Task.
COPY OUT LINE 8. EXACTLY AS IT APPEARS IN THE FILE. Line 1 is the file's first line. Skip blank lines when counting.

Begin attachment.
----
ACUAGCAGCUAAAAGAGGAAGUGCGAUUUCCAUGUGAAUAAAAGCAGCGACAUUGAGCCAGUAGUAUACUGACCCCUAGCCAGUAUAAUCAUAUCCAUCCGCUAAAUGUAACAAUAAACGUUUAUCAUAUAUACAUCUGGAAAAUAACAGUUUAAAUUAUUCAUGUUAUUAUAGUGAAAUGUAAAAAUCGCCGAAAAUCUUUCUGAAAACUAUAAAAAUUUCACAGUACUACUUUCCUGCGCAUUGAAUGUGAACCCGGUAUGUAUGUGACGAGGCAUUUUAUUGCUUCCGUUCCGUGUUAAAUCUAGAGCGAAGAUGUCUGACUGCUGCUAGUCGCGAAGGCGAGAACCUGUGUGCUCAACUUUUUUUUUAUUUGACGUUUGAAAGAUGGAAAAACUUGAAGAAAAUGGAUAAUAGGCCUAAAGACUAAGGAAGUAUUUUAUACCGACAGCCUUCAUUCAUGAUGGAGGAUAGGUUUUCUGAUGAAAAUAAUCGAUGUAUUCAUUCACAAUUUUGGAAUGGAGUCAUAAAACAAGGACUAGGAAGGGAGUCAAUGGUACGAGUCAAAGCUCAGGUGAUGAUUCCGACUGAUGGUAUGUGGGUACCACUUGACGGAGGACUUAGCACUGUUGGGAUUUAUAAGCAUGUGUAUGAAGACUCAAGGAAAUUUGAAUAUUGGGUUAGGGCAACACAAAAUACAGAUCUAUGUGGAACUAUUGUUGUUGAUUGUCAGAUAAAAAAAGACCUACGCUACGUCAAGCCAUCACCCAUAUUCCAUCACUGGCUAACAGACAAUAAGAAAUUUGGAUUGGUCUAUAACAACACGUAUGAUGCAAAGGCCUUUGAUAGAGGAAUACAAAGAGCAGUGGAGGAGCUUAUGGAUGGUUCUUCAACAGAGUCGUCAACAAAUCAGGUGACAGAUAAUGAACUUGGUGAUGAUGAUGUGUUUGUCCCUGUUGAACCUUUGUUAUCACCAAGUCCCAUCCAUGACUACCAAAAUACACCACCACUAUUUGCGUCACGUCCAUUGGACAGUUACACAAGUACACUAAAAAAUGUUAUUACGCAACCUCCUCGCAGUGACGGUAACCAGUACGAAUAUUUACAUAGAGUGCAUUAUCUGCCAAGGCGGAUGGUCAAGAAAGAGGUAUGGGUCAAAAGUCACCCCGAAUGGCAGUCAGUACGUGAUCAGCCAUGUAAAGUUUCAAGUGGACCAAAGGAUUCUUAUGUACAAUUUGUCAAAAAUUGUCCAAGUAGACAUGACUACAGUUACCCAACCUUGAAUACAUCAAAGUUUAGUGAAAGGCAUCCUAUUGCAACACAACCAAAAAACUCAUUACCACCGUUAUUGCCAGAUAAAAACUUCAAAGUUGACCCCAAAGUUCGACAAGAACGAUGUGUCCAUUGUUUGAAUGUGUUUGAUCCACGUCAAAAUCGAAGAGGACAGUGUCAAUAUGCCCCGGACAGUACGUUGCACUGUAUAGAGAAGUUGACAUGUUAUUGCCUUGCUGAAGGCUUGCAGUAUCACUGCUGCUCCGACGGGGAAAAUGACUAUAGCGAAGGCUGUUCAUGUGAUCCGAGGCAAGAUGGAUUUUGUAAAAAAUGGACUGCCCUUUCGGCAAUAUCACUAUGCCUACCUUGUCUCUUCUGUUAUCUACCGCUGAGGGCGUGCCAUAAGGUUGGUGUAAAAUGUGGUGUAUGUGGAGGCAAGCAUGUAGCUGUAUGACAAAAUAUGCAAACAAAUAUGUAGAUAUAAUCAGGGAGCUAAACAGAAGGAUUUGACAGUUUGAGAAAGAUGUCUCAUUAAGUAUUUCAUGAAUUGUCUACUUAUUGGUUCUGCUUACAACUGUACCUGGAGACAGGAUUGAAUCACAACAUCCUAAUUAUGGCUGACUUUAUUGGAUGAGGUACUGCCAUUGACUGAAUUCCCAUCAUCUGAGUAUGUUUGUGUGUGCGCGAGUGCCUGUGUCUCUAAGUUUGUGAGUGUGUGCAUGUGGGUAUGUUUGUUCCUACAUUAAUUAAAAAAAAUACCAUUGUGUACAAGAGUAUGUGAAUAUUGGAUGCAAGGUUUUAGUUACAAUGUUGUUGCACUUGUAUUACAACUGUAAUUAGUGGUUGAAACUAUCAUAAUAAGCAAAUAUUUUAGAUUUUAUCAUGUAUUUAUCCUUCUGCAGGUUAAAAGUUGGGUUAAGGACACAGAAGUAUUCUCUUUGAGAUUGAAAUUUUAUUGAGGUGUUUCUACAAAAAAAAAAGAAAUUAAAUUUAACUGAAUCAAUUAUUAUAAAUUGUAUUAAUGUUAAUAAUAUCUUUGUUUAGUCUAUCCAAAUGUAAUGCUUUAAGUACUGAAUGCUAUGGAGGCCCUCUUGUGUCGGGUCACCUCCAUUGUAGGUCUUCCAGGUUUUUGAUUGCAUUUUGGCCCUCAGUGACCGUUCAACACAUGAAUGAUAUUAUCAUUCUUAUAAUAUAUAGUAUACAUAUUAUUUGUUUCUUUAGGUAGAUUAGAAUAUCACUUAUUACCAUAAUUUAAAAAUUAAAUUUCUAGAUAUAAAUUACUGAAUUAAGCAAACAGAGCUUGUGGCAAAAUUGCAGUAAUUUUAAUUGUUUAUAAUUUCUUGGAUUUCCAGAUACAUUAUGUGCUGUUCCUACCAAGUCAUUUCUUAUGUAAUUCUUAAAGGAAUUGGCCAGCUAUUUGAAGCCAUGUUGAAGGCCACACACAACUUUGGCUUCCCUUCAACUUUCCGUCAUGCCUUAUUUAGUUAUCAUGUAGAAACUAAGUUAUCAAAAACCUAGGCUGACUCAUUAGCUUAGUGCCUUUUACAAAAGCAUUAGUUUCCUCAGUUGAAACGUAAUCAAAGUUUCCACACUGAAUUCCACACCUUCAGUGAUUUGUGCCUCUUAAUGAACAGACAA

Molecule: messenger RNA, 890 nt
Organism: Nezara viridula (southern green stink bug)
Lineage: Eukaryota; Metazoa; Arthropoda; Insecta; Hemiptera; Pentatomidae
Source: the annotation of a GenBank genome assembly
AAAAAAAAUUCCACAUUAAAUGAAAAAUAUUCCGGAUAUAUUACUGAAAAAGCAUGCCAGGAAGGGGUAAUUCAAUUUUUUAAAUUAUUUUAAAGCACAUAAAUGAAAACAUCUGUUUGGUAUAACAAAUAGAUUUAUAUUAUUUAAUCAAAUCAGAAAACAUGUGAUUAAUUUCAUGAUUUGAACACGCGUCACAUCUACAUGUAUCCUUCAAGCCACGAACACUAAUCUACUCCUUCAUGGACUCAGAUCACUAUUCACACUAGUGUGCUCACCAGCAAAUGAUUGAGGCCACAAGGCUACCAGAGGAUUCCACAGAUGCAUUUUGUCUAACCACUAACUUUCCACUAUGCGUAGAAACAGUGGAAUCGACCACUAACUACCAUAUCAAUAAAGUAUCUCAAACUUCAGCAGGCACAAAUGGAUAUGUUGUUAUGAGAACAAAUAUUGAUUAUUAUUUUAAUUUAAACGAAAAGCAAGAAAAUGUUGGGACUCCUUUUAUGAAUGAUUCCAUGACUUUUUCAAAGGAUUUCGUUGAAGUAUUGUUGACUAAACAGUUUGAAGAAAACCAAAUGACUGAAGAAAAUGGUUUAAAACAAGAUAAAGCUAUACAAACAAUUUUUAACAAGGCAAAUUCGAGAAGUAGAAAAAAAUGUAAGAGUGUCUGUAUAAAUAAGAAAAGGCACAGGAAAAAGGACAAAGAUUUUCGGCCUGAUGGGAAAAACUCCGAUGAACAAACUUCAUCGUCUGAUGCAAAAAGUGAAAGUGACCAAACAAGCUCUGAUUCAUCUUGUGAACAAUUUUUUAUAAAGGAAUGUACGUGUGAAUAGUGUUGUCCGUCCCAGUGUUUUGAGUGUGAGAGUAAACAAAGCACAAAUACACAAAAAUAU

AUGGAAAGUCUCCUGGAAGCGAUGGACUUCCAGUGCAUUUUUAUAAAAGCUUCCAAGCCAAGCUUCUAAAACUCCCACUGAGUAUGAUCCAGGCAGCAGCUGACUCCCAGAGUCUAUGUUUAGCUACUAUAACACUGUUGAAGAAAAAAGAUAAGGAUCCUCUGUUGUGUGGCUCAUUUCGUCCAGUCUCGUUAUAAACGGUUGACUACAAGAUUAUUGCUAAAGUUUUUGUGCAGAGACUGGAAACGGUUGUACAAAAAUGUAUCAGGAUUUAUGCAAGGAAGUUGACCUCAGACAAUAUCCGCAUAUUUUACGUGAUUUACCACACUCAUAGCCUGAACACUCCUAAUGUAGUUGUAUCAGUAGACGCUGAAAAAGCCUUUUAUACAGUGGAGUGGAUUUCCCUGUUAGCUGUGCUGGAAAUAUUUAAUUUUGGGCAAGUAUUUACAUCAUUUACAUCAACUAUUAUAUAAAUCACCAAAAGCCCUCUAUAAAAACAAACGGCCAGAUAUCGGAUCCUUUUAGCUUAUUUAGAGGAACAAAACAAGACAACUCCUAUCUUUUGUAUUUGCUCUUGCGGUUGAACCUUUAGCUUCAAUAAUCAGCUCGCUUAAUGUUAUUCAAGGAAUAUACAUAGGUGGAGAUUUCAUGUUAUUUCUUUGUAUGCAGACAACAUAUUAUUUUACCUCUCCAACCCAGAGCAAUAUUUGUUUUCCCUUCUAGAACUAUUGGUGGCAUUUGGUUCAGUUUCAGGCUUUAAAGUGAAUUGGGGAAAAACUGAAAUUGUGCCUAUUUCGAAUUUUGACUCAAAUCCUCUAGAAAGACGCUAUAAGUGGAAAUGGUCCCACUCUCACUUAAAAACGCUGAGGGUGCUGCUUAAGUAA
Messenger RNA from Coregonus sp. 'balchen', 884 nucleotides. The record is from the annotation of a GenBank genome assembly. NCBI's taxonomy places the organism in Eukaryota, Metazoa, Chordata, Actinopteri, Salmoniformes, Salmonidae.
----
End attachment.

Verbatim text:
Messenger RNA from Coregonus sp. 'balchen', 884 nucleotides. The record is from the annotation of a GenBank genome assembly. NCBI's taxonomy places the organism in Eukaryota, Metazoa, Chordata, Actinopteri, Salmoniformes, Salmonidae.